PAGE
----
The Newtonian Telescope
Named after Sir Isaac Newton, who built and presented the first one of its type to the Royal Society in the 17th century, the Newtonian has become arguably the most popular serious telescope for amateur astronomy. Compared to many more complicated optical designs, the Newtonian has a relatively simple prescription of a concave primary mirror and a small flat surface secondary mirror, suspended centrally above the primary, and its reflective surface at 45o to the axis of the primary. Light travels down the tube and reflects off the primary. A converging light cone moves back up the tube, a second reflection off the secondary mirror, and the cone comes to focus outside the side of the tube at the eyepiece position. Because of its relatively simple construction, the Newtonian during the 20th century, became the most popular design for those amateurs that preferred to build their own telescope. The main tube need not be circular, and many successful instruments have been built using square section tubing, octagonal section, and even those with no tube at all. All that is required for a workable Newtonian is a support cell for the primary, a support cell holding the secondary in place, and the focuser positioned to one side and at the same height as the secondary. Even some commercial designs today opt for collapsible accordion type tubes, or even frame types and truss tube instruments particularly for the very large aperture Newtonians.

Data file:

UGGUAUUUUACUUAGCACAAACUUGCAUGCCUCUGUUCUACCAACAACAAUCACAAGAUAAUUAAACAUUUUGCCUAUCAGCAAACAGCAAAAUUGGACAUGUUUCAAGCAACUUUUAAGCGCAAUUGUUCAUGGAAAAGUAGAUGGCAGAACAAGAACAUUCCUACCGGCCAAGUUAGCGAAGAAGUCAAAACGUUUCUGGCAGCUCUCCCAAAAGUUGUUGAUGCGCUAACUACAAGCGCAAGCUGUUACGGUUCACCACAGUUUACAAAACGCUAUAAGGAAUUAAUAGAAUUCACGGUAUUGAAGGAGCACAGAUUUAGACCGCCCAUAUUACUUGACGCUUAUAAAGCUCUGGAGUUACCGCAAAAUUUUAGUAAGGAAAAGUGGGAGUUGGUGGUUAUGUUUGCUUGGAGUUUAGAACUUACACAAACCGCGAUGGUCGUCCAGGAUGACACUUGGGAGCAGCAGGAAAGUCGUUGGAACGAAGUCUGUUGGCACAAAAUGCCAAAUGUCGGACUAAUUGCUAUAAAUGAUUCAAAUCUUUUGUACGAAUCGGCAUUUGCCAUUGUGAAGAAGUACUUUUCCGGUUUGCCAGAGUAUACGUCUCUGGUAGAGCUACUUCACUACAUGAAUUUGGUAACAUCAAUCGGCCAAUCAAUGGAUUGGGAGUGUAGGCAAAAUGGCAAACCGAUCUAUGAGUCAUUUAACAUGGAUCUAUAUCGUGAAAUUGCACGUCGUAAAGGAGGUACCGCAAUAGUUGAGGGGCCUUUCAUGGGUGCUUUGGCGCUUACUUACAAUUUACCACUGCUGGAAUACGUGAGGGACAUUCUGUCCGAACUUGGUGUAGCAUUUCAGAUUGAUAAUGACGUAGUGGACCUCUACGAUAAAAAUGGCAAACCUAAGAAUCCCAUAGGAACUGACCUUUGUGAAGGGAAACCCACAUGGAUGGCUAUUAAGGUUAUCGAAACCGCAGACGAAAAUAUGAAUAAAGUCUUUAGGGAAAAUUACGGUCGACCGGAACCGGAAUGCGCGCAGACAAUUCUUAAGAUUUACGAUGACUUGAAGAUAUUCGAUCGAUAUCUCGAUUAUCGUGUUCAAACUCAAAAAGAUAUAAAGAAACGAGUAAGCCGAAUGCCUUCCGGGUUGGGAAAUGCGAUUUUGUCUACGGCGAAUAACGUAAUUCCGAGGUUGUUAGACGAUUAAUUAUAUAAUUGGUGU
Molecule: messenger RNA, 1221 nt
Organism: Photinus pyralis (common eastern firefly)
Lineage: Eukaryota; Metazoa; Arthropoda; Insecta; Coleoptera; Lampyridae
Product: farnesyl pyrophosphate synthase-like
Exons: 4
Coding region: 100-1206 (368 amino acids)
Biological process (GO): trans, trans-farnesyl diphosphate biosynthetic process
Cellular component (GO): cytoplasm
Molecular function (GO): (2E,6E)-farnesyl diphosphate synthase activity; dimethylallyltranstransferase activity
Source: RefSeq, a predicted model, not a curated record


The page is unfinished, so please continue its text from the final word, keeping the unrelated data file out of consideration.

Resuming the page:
The most successful Newtonian telescopes have a parabolic curvature to the surface of the primary. The easiest surface for the optician to generate is spherical, however spherical mirrors, particularly with focal ratios found in modern commercial Newtonians, suffer from lower order spherical aberration, which is destructive to on-axis image resolution.
An accurate parabolic mirror focused at infinity has no spherical aberration, but if the optician does not generate an accurate parabolic surface, mild spherical aberration can be present, and the mirror is described as either under-correct or over-correct. If the focal ratio of the primary is at least f/8 and the aperture is not greater than 150mm, it is still possible to use a spherical primary Newtonian, and indeed some low cost small aperture commercial Newtonians with either long focal ratios, or shorter but with a small correcting lens at the bottom of the focuser, can still be found offered by some of the mass producers. The time and skill required to produce a smooth parabolic mirror does not lend itself to the economics of the lowest cost small commercial Newtonians.